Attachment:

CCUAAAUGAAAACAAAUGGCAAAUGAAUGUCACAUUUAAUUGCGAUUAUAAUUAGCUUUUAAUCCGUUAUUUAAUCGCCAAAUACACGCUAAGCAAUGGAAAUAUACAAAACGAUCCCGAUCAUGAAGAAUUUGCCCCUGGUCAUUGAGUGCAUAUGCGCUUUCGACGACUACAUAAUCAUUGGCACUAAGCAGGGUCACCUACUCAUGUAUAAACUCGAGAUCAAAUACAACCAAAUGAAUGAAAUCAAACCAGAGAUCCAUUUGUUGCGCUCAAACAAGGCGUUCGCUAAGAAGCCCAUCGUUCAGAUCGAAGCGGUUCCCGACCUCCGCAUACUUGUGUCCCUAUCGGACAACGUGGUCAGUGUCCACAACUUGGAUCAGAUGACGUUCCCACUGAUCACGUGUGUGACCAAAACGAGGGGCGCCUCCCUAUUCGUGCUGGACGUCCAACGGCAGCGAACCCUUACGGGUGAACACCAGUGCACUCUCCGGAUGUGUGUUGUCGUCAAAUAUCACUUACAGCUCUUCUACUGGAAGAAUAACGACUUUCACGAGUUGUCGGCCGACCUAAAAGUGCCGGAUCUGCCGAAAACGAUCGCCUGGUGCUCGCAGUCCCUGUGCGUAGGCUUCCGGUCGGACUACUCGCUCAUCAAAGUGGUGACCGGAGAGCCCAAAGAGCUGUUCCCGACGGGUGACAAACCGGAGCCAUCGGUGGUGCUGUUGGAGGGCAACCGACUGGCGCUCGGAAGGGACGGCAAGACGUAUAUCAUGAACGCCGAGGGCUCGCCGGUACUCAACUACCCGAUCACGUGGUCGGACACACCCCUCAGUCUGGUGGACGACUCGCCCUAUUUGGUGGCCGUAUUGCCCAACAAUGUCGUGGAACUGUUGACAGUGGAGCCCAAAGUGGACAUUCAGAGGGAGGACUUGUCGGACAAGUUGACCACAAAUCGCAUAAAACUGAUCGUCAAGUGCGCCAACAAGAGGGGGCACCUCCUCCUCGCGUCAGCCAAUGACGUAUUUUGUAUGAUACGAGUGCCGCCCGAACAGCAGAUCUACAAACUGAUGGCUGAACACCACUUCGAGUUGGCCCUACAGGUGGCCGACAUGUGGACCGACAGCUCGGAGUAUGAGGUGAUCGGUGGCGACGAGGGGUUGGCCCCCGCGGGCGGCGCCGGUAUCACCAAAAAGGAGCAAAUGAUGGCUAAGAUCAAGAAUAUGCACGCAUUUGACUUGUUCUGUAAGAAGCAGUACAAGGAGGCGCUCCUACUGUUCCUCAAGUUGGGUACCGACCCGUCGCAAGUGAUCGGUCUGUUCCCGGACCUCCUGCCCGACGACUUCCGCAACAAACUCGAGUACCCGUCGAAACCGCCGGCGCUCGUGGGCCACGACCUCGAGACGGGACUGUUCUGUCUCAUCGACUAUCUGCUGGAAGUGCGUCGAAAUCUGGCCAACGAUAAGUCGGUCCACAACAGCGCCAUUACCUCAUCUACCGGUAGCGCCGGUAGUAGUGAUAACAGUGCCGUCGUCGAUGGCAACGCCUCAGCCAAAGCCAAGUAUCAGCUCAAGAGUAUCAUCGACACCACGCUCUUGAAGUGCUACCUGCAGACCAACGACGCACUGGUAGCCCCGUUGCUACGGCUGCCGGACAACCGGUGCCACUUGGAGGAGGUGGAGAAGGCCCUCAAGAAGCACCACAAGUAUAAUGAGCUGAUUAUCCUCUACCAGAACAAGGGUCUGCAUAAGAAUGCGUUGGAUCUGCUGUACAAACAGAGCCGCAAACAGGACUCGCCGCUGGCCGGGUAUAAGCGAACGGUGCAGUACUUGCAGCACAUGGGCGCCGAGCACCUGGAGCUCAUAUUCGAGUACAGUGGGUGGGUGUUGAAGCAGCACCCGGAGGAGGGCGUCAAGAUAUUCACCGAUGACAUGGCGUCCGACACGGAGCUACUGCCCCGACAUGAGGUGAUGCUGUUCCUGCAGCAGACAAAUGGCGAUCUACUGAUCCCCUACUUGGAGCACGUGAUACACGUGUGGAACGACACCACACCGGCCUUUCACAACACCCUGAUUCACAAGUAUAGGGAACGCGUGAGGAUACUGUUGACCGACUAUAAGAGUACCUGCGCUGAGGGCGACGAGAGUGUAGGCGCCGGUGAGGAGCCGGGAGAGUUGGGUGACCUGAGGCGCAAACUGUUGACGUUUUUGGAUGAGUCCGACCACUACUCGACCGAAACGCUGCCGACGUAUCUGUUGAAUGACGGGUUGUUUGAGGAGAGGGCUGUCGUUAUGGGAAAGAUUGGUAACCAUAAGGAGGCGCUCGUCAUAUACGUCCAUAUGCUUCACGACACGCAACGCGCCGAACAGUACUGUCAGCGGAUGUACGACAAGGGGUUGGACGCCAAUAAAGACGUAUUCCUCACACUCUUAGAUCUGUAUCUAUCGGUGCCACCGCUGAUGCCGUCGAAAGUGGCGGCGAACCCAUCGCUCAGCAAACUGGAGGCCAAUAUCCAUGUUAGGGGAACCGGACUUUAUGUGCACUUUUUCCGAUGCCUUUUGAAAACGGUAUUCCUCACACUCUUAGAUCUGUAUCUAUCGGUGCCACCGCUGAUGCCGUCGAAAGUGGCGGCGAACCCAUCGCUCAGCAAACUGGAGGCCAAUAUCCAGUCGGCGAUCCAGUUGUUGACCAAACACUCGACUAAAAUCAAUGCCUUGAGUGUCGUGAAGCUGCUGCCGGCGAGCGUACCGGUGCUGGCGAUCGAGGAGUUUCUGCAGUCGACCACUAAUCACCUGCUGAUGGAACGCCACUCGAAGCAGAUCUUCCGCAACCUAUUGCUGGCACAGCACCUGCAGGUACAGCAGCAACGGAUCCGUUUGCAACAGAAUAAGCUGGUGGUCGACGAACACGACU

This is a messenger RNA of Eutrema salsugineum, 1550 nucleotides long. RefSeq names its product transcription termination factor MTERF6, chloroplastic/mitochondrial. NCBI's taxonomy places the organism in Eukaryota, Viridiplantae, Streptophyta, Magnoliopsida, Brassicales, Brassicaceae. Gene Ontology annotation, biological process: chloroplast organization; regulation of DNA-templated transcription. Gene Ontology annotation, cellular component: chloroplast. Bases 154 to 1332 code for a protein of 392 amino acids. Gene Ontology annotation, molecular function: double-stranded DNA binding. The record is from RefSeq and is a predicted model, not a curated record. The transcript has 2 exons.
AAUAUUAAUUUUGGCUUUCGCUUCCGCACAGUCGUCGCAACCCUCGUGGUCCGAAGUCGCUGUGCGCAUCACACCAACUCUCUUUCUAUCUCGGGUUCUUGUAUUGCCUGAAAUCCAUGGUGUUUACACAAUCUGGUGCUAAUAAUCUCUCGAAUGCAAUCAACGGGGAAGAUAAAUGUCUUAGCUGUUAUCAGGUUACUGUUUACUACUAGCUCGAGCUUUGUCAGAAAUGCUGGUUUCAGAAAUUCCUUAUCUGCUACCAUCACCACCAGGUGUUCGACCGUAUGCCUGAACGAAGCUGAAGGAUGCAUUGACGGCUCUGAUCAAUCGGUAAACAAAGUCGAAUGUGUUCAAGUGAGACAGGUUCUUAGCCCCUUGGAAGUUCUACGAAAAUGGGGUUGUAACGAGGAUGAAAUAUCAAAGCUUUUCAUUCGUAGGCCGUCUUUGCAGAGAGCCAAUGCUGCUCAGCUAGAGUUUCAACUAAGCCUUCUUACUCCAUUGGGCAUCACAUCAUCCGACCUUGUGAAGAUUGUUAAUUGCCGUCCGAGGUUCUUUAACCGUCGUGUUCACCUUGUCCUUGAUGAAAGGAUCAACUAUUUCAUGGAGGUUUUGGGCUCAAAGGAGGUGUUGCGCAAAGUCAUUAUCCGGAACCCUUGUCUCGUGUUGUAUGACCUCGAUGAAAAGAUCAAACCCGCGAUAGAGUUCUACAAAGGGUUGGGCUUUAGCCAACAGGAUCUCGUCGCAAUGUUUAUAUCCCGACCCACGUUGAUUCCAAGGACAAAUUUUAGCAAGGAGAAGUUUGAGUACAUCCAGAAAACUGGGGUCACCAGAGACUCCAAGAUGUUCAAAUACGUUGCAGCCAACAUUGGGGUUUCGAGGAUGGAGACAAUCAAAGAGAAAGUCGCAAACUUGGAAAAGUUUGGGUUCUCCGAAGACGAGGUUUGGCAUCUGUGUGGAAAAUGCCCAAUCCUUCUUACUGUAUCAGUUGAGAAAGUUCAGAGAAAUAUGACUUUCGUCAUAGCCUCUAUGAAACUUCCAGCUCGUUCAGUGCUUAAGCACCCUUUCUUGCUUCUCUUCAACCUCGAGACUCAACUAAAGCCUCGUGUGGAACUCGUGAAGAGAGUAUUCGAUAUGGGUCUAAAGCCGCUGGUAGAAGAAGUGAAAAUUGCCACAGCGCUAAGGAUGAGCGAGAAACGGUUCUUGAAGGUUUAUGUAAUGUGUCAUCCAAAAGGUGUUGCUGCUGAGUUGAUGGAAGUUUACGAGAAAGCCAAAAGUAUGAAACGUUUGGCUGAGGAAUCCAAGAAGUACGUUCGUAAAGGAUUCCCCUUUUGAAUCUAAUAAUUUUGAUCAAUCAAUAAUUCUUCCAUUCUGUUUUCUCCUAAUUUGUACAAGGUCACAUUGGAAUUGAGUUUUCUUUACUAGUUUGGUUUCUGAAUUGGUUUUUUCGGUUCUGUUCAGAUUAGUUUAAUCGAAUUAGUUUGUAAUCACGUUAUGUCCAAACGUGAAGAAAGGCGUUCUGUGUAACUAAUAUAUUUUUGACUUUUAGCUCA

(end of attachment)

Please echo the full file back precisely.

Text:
CCUAAAUGAAAACAAAUGGCAAAUGAAUGUCACAUUUAAUUGCGAUUAUAAUUAGCUUUUAAUCCGUUAUUUAAUCGCCAAAUACACGCUAAGCAAUGGAAAUAUACAAAACGAUCCCGAUCAUGAAGAAUUUGCCCCUGGUCAUUGAGUGCAUAUGCGCUUUCGACGACUACAUAAUCAUUGGCACUAAGCAGGGUCACCUACUCAUGUAUAAACUCGAGAUCAAAUACAACCAAAUGAAUGAAAUCAAACCAGAGAUCCAUUUGUUGCGCUCAAACAAGGCGUUCGCUAAGAAGCCCAUCGUUCAGAUCGAAGCGGUUCCCGACCUCCGCAUACUUGUGUCCCUAUCGGACAACGUGGUCAGUGUCCACAACUUGGAUCAGAUGACGUUCCCACUGAUCACGUGUGUGACCAAAACGAGGGGCGCCUCCCUAUUCGUGCUGGACGUCCAACGGCAGCGAACCCUUACGGGUGAACACCAGUGCACUCUCCGGAUGUGUGUUGUCGUCAAAUAUCACUUACAGCUCUUCUACUGGAAGAAUAACGACUUUCACGAGUUGUCGGCCGACCUAAAAGUGCCGGAUCUGCCGAAAACGAUCGCCUGGUGCUCGCAGUCCCUGUGCGUAGGCUUCCGGUCGGACUACUCGCUCAUCAAAGUGGUGACCGGAGAGCCCAAAGAGCUGUUCCCGACGGGUGACAAACCGGAGCCAUCGGUGGUGCUGUUGGAGGGCAACCGACUGGCGCUCGGAAGGGACGGCAAGACGUAUAUCAUGAACGCCGAGGGCUCGCCGGUACUCAACUACCCGAUCACGUGGUCGGACACACCCCUCAGUCUGGUGGACGACUCGCCCUAUUUGGUGGCCGUAUUGCCCAACAAUGUCGUGGAACUGUUGACAGUGGAGCCCAAAGUGGACAUUCAGAGGGAGGACUUGUCGGACAAGUUGACCACAAAUCGCAUAAAACUGAUCGUCAAGUGCGCCAACAAGAGGGGGCACCUCCUCCUCGCGUCAGCCAAUGACGUAUUUUGUAUGAUACGAGUGCCGCCCGAACAGCAGAUCUACAAACUGAUGGCUGAACACCACUUCGAGUUGGCCCUACAGGUGGCCGACAUGUGGACCGACAGCUCGGAGUAUGAGGUGAUCGGUGGCGACGAGGGGUUGGCCCCCGCGGGCGGCGCCGGUAUCACCAAAAAGGAGCAAAUGAUGGCUAAGAUCAAGAAUAUGCACGCAUUUGACUUGUUCUGUAAGAAGCAGUACAAGGAGGCGCUCCUACUGUUCCUCAAGUUGGGUACCGACCCGUCGCAAGUGAUCGGUCUGUUCCCGGACCUCCUGCCCGACGACUUCCGCAACAAACUCGAGUACCCGUCGAAACCGCCGGCGCUCGUGGGCCACGACCUCGAGACGGGACUGUUCUGUCUCAUCGACUAUCUGCUGGAAGUGCGUCGAAAUCUGGCCAACGAUAAGUCGGUCCACAACAGCGCCAUUACCUCAUCUACCGGUAGCGCCGGUAGUAGUGAUAACAGUGCCGUCGUCGAUGGCAACGCCUCAGCCAAAGCCAAGUAUCAGCUCAAGAGUAUCAUCGACACCACGCUCUUGAAGUGCUACCUGCAGACCAACGACGCACUGGUAGCCCCGUUGCUACGGCUGCCGGACAACCGGUGCCACUUGGAGGAGGUGGAGAAGGCCCUCAAGAAGCACCACAAGUAUAAUGAGCUGAUUAUCCUCUACCAGAACAAGGGUCUGCAUAAGAAUGCGUUGGAUCUGCUGUACAAACAGAGCCGCAAACAGGACUCGCCGCUGGCCGGGUAUAAGCGAACGGUGCAGUACUUGCAGCACAUGGGCGCCGAGCACCUGGAGCUCAUAUUCGAGUACAGUGGGUGGGUGUUGAAGCAGCACCCGGAGGAGGGCGUCAAGAUAUUCACCGAUGACAUGGCGUCCGACACGGAGCUACUGCCCCGACAUGAGGUGAUGCUGUUCCUGCAGCAGACAAAUGGCGAUCUACUGAUCCCCUACUUGGAGCACGUGAUACACGUGUGGAACGACACCACACCGGCCUUUCACAACACCCUGAUUCACAAGUAUAGGGAACGCGUGAGGAUACUGUUGACCGACUAUAAGAGUACCUGCGCUGAGGGCGACGAGAGUGUAGGCGCCGGUGAGGAGCCGGGAGAGUUGGGUGACCUGAGGCGCAAACUGUUGACGUUUUUGGAUGAGUCCGACCACUACUCGACCGAAACGCUGCCGACGUAUCUGUUGAAUGACGGGUUGUUUGAGGAGAGGGCUGUCGUUAUGGGAAAGAUUGGUAACCAUAAGGAGGCGCUCGUCAUAUACGUCCAUAUGCUUCACGACACGCAACGCGCCGAACAGUACUGUCAGCGGAUGUACGACAAGGGGUUGGACGCCAAUAAAGACGUAUUCCUCACACUCUUAGAUCUGUAUCUAUCGGUGCCACCGCUGAUGCCGUCGAAAGUGGCGGCGAACCCAUCGCUCAGCAAACUGGAGGCCAAUAUCCAUGUUAGGGGAACCGGACUUUAUGUGCACUUUUUCCGAUGCCUUUUGAAAACGGUAUUCCUCACACUCUUAGAUCUGUAUCUAUCGGUGCCACCGCUGAUGCCGUCGAAAGUGGCGGCGAACCCAUCGCUCAGCAAACUGGAGGCCAAUAUCCAGUCGGCGAUCCAGUUGUUGACCAAACACUCGACUAAAAUCAAUGCCUUGAGUGUCGUGAAGCUGCUGCCGGCGAGCGUACCGGUGCUGGCGAUCGAGGAGUUUCUGCAGUCGACCACUAAUCACCUGCUGAUGGAACGCCACUCGAAGCAGAUCUUCCGCAACCUAUUGCUGGCACAGCACCUGCAGGUACAGCAGCAACGGAUCCGUUUGCAACAGAAUAAGCUGGUGGUCGACGAACACGACU

This is a messenger RNA of Eutrema salsugineum, 1550 nucleotides long. RefSeq names its product transcription termination factor MTERF6, chloroplastic/mitochondrial. NCBI's taxonomy places the organism in Eukaryota, Viridiplantae, Streptophyta, Magnoliopsida, Brassicales, Brassicaceae. Gene Ontology annotation, biological process: chloroplast organization; regulation of DNA-templated transcription. Gene Ontology annotation, cellular component: chloroplast. Bases 154 to 1332 code for a protein of 392 amino acids. Gene Ontology annotation, molecular function: double-stranded DNA binding. The record is from RefSeq and is a predicted model, not a curated record. The transcript has 2 exons.
AAUAUUAAUUUUGGCUUUCGCUUCCGCACAGUCGUCGCAACCCUCGUGGUCCGAAGUCGCUGUGCGCAUCACACCAACUCUCUUUCUAUCUCGGGUUCUUGUAUUGCCUGAAAUCCAUGGUGUUUACACAAUCUGGUGCUAAUAAUCUCUCGAAUGCAAUCAACGGGGAAGAUAAAUGUCUUAGCUGUUAUCAGGUUACUGUUUACUACUAGCUCGAGCUUUGUCAGAAAUGCUGGUUUCAGAAAUUCCUUAUCUGCUACCAUCACCACCAGGUGUUCGACCGUAUGCCUGAACGAAGCUGAAGGAUGCAUUGACGGCUCUGAUCAAUCGGUAAACAAAGUCGAAUGUGUUCAAGUGAGACAGGUUCUUAGCCCCUUGGAAGUUCUACGAAAAUGGGGUUGUAACGAGGAUGAAAUAUCAAAGCUUUUCAUUCGUAGGCCGUCUUUGCAGAGAGCCAAUGCUGCUCAGCUAGAGUUUCAACUAAGCCUUCUUACUCCAUUGGGCAUCACAUCAUCCGACCUUGUGAAGAUUGUUAAUUGCCGUCCGAGGUUCUUUAACCGUCGUGUUCACCUUGUCCUUGAUGAAAGGAUCAACUAUUUCAUGGAGGUUUUGGGCUCAAAGGAGGUGUUGCGCAAAGUCAUUAUCCGGAACCCUUGUCUCGUGUUGUAUGACCUCGAUGAAAAGAUCAAACCCGCGAUAGAGUUCUACAAAGGGUUGGGCUUUAGCCAACAGGAUCUCGUCGCAAUGUUUAUAUCCCGACCCACGUUGAUUCCAAGGACAAAUUUUAGCAAGGAGAAGUUUGAGUACAUCCAGAAAACUGGGGUCACCAGAGACUCCAAGAUGUUCAAAUACGUUGCAGCCAACAUUGGGGUUUCGAGGAUGGAGACAAUCAAAGAGAAAGUCGCAAACUUGGAAAAGUUUGGGUUCUCCGAAGACGAGGUUUGGCAUCUGUGUGGAAAAUGCCCAAUCCUUCUUACUGUAUCAGUUGAGAAAGUUCAGAGAAAUAUGACUUUCGUCAUAGCCUCUAUGAAACUUCCAGCUCGUUCAGUGCUUAAGCACCCUUUCUUGCUUCUCUUCAACCUCGAGACUCAACUAAAGCCUCGUGUGGAACUCGUGAAGAGAGUAUUCGAUAUGGGUCUAAAGCCGCUGGUAGAAGAAGUGAAAAUUGCCACAGCGCUAAGGAUGAGCGAGAAACGGUUCUUGAAGGUUUAUGUAAUGUGUCAUCCAAAAGGUGUUGCUGCUGAGUUGAUGGAAGUUUACGAGAAAGCCAAAAGUAUGAAACGUUUGGCUGAGGAAUCCAAGAAGUACGUUCGUAAAGGAUUCCCCUUUUGAAUCUAAUAAUUUUGAUCAAUCAAUAAUUCUUCCAUUCUGUUUUCUCCUAAUUUGUACAAGGUCACAUUGGAAUUGAGUUUUCUUUACUAGUUUGGUUUCUGAAUUGGUUUUUUCGGUUCUGUUCAGAUUAGUUUAAUCGAAUUAGUUUGUAAUCACGUUAUGUCCAAACGUGAAGAAAGGCGUUCUGUGUAACUAAUAUAUUUUUGACUUUUAGCUCA